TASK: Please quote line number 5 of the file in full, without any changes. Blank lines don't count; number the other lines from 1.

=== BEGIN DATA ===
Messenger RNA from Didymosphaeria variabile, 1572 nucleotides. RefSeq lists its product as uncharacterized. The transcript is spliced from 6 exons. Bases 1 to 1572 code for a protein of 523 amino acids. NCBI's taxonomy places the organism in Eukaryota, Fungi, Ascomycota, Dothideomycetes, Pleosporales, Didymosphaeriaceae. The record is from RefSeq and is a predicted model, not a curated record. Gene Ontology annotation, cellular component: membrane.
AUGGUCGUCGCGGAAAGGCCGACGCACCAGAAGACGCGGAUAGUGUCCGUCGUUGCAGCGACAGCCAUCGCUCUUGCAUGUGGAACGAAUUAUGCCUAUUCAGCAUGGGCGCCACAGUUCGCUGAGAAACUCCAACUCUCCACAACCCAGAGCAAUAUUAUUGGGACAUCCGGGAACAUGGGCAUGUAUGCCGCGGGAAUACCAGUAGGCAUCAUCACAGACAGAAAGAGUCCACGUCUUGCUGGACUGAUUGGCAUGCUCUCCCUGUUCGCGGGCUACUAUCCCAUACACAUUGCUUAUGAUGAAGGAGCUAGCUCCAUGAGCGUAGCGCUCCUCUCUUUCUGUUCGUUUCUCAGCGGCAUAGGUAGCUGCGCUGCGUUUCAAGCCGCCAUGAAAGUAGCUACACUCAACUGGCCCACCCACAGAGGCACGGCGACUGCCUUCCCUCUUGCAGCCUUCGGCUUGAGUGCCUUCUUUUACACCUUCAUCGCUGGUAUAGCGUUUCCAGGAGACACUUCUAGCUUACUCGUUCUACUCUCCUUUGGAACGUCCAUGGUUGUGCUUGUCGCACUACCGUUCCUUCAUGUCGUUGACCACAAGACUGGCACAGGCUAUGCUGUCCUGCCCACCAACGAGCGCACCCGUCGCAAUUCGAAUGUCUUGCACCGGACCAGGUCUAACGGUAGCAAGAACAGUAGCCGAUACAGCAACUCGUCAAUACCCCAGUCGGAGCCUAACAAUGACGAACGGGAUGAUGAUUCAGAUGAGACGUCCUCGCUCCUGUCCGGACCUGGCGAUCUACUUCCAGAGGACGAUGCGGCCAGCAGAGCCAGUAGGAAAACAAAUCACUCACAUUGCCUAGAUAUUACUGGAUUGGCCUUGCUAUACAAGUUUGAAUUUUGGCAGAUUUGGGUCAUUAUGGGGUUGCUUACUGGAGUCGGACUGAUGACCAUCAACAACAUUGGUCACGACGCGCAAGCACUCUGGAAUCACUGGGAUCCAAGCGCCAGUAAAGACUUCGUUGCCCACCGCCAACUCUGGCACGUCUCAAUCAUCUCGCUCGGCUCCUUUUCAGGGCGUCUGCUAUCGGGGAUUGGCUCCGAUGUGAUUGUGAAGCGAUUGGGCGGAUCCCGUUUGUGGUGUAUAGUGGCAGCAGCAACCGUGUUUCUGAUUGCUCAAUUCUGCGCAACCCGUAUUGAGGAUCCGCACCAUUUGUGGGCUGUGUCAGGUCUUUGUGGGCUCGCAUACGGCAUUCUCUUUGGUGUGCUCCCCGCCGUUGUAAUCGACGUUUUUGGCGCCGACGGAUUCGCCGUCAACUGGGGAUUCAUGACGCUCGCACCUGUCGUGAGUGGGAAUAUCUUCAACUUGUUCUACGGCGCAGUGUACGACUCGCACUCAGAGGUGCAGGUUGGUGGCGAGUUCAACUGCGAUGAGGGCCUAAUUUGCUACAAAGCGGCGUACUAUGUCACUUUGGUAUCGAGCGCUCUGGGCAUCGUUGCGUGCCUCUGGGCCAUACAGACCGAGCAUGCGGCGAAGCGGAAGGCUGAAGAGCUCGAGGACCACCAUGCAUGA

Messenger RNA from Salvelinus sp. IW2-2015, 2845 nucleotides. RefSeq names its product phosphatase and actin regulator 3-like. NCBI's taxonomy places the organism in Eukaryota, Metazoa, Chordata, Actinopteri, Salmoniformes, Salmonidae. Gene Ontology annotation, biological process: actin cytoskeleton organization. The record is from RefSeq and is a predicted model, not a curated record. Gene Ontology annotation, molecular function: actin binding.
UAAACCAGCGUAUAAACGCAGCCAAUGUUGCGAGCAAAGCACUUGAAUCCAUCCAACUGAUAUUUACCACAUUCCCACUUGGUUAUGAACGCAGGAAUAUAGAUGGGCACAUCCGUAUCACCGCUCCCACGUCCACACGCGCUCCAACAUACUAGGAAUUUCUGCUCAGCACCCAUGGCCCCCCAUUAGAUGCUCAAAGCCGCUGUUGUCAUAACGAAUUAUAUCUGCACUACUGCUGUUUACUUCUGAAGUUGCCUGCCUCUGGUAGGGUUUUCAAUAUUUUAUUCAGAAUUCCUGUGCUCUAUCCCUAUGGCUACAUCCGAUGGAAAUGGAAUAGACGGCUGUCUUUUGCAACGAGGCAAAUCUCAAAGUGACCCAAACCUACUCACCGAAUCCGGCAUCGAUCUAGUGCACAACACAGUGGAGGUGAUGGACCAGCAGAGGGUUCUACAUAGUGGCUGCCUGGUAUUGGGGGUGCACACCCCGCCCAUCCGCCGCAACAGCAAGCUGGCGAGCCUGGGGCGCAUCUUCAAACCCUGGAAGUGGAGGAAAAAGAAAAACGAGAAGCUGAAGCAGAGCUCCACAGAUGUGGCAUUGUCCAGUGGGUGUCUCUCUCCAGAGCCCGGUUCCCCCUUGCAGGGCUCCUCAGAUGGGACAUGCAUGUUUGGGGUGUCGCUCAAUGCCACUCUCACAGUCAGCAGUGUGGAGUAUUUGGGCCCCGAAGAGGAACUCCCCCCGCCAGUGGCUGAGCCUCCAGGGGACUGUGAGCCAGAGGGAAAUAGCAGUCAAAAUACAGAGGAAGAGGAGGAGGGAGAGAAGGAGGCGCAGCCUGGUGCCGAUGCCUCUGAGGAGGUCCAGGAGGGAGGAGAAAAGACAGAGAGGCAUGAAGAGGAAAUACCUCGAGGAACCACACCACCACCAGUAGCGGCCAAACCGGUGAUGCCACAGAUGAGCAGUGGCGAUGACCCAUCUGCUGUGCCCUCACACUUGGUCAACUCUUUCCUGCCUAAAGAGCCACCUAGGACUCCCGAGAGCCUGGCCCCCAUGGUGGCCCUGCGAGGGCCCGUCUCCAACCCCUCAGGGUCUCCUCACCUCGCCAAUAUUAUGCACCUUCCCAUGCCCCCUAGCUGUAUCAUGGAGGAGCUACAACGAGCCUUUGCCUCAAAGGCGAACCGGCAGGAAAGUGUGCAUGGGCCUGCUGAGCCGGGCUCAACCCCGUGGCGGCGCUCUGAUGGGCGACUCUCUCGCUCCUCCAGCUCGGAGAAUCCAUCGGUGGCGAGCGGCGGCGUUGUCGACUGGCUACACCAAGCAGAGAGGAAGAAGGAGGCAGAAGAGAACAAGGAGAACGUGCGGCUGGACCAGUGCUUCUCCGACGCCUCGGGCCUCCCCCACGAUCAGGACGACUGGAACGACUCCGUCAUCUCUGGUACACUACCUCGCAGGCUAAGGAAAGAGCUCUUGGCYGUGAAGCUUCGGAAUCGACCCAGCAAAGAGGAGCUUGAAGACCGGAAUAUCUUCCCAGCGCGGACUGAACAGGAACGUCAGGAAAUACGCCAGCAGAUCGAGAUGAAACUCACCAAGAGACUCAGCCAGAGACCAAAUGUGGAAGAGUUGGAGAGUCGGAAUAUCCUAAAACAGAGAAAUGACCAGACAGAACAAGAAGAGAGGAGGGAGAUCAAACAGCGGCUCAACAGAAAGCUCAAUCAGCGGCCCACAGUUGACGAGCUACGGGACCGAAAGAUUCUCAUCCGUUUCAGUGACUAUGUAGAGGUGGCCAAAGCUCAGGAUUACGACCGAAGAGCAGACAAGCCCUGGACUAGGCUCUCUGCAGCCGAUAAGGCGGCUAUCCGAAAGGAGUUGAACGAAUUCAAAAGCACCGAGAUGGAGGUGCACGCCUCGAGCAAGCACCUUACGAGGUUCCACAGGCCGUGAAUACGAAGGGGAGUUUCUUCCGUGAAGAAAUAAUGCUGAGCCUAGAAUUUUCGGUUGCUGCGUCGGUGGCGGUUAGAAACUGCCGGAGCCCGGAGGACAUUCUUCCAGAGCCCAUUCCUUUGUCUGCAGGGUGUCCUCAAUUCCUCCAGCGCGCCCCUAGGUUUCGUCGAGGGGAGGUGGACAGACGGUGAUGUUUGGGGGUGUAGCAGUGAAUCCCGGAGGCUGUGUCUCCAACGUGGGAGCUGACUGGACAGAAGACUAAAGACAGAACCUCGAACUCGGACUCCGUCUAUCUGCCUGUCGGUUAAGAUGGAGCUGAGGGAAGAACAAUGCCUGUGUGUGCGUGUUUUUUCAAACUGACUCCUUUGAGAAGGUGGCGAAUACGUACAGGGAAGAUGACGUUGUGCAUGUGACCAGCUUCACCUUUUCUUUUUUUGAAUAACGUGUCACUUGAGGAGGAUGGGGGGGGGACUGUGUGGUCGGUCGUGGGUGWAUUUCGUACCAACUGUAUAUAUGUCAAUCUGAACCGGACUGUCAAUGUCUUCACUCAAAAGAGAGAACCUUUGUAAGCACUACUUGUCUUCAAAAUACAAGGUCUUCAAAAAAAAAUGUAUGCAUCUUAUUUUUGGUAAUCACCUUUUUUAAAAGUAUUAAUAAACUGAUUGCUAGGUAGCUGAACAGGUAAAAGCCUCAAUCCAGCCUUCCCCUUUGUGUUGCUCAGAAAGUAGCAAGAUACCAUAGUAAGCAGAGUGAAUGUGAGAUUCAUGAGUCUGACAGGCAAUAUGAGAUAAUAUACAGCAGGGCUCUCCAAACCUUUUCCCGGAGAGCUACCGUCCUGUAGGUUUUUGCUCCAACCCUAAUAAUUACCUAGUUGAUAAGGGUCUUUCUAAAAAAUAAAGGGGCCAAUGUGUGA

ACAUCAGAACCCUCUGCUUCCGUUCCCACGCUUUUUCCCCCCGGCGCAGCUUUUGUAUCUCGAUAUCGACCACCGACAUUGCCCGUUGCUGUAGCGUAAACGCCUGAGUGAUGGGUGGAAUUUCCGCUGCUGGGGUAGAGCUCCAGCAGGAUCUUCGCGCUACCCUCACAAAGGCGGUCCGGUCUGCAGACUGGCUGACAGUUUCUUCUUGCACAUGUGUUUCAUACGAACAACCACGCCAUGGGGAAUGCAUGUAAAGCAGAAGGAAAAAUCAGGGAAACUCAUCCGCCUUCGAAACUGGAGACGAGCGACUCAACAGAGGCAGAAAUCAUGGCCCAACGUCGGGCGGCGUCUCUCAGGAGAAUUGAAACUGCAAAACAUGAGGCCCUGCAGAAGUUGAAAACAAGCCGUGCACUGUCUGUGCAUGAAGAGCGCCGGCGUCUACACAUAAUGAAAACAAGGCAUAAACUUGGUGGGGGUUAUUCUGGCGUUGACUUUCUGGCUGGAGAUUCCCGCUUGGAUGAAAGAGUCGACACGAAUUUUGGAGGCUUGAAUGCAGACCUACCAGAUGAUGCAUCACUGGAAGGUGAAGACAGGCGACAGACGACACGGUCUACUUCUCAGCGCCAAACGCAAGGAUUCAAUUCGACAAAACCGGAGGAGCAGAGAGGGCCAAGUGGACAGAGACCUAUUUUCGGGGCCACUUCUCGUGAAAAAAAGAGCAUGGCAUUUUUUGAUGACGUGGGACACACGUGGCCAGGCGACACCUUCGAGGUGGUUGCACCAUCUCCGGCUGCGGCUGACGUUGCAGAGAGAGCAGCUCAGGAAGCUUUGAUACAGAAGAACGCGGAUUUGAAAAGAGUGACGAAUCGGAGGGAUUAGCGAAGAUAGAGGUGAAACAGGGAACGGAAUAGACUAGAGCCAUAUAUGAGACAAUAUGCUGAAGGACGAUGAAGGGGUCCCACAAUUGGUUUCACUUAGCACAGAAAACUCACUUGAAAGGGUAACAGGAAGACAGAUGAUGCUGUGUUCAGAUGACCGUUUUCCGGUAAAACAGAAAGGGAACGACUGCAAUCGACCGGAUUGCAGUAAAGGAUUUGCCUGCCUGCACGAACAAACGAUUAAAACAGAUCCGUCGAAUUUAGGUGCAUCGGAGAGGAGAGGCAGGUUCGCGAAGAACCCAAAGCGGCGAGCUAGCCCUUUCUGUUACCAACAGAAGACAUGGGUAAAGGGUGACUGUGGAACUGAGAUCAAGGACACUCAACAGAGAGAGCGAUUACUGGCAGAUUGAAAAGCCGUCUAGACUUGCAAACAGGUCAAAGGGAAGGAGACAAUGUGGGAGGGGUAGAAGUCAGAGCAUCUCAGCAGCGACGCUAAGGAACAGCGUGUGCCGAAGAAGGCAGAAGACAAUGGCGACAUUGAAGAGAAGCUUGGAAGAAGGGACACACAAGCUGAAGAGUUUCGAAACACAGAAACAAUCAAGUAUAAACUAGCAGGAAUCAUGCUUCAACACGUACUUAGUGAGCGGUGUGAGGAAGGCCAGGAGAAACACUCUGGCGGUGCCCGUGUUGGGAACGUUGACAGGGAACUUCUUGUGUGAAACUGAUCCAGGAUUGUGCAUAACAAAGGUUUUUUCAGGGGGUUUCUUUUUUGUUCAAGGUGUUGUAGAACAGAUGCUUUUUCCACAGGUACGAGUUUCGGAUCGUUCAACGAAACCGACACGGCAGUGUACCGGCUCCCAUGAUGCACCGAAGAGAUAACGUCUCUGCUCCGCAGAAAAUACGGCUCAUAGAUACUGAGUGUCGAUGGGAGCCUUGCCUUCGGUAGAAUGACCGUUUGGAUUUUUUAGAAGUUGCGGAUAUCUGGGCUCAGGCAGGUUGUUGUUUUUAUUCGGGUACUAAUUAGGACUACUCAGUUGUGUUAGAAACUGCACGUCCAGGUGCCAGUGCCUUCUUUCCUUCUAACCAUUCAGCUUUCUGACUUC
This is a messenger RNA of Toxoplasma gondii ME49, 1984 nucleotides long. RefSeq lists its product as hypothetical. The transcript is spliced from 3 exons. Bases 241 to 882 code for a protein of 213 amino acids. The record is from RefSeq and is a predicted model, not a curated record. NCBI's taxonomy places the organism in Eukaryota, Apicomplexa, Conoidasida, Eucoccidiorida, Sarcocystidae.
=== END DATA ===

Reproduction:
ACAUCAGAACCCUCUGCUUCCGUUCCCACGCUUUUUCCCCCCGGCGCAGCUUUUGUAUCUCGAUAUCGACCACCGACAUUGCCCGUUGCUGUAGCGUAAACGCCUGAGUGAUGGGUGGAAUUUCCGCUGCUGGGGUAGAGCUCCAGCAGGAUCUUCGCGCUACCCUCACAAAGGCGGUCCGGUCUGCAGACUGGCUGACAGUUUCUUCUUGCACAUGUGUUUCAUACGAACAACCACGCCAUGGGGAAUGCAUGUAAAGCAGAAGGAAAAAUCAGGGAAACUCAUCCGCCUUCGAAACUGGAGACGAGCGACUCAACAGAGGCAGAAAUCAUGGCCCAACGUCGGGCGGCGUCUCUCAGGAGAAUUGAAACUGCAAAACAUGAGGCCCUGCAGAAGUUGAAAACAAGCCGUGCACUGUCUGUGCAUGAAGAGCGCCGGCGUCUACACAUAAUGAAAACAAGGCAUAAACUUGGUGGGGGUUAUUCUGGCGUUGACUUUCUGGCUGGAGAUUCCCGCUUGGAUGAAAGAGUCGACACGAAUUUUGGAGGCUUGAAUGCAGACCUACCAGAUGAUGCAUCACUGGAAGGUGAAGACAGGCGACAGACGACACGGUCUACUUCUCAGCGCCAAACGCAAGGAUUCAAUUCGACAAAACCGGAGGAGCAGAGAGGGCCAAGUGGACAGAGACCUAUUUUCGGGGCCACUUCUCGUGAAAAAAAGAGCAUGGCAUUUUUUGAUGACGUGGGACACACGUGGCCAGGCGACACCUUCGAGGUGGUUGCACCAUCUCCGGCUGCGGCUGACGUUGCAGAGAGAGCAGCUCAGGAAGCUUUGAUACAGAAGAACGCGGAUUUGAAAAGAGUGACGAAUCGGAGGGAUUAGCGAAGAUAGAGGUGAAACAGGGAACGGAAUAGACUAGAGCCAUAUAUGAGACAAUAUGCUGAAGGACGAUGAAGGGGUCCCACAAUUGGUUUCACUUAGCACAGAAAACUCACUUGAAAGGGUAACAGGAAGACAGAUGAUGCUGUGUUCAGAUGACCGUUUUCCGGUAAAACAGAAAGGGAACGACUGCAAUCGACCGGAUUGCAGUAAAGGAUUUGCCUGCCUGCACGAACAAACGAUUAAAACAGAUCCGUCGAAUUUAGGUGCAUCGGAGAGGAGAGGCAGGUUCGCGAAGAACCCAAAGCGGCGAGCUAGCCCUUUCUGUUACCAACAGAAGACAUGGGUAAAGGGUGACUGUGGAACUGAGAUCAAGGACACUCAACAGAGAGAGCGAUUACUGGCAGAUUGAAAAGCCGUCUAGACUUGCAAACAGGUCAAAGGGAAGGAGACAAUGUGGGAGGGGUAGAAGUCAGAGCAUCUCAGCAGCGACGCUAAGGAACAGCGUGUGCCGAAGAAGGCAGAAGACAAUGGCGACAUUGAAGAGAAGCUUGGAAGAAGGGACACACAAGCUGAAGAGUUUCGAAACACAGAAACAAUCAAGUAUAAACUAGCAGGAAUCAUGCUUCAACACGUACUUAGUGAGCGGUGUGAGGAAGGCCAGGAGAAACACUCUGGCGGUGCCCGUGUUGGGAACGUUGACAGGGAACUUCUUGUGUGAAACUGAUCCAGGAUUGUGCAUAACAAAGGUUUUUUCAGGGGGUUUCUUUUUUGUUCAAGGUGUUGUAGAACAGAUGCUUUUUCCACAGGUACGAGUUUCGGAUCGUUCAACGAAACCGACACGGCAGUGUACCGGCUCCCAUGAUGCACCGAAGAGAUAACGUCUCUGCUCCGCAGAAAAUACGGCUCAUAGAUACUGAGUGUCGAUGGGAGCCUUGCCUUCGGUAGAAUGACCGUUUGGAUUUUUUAGAAGUUGCGGAUAUCUGGGCUCAGGCAGGUUGUUGUUUUUAUUCGGGUACUAAUUAGGACUACUCAGUUGUGUUAGAAACUGCACGUCCAGGUGCCAGUGCCUUCUUUCCUUCUAACCAUUCAGCUUUCUGACUUC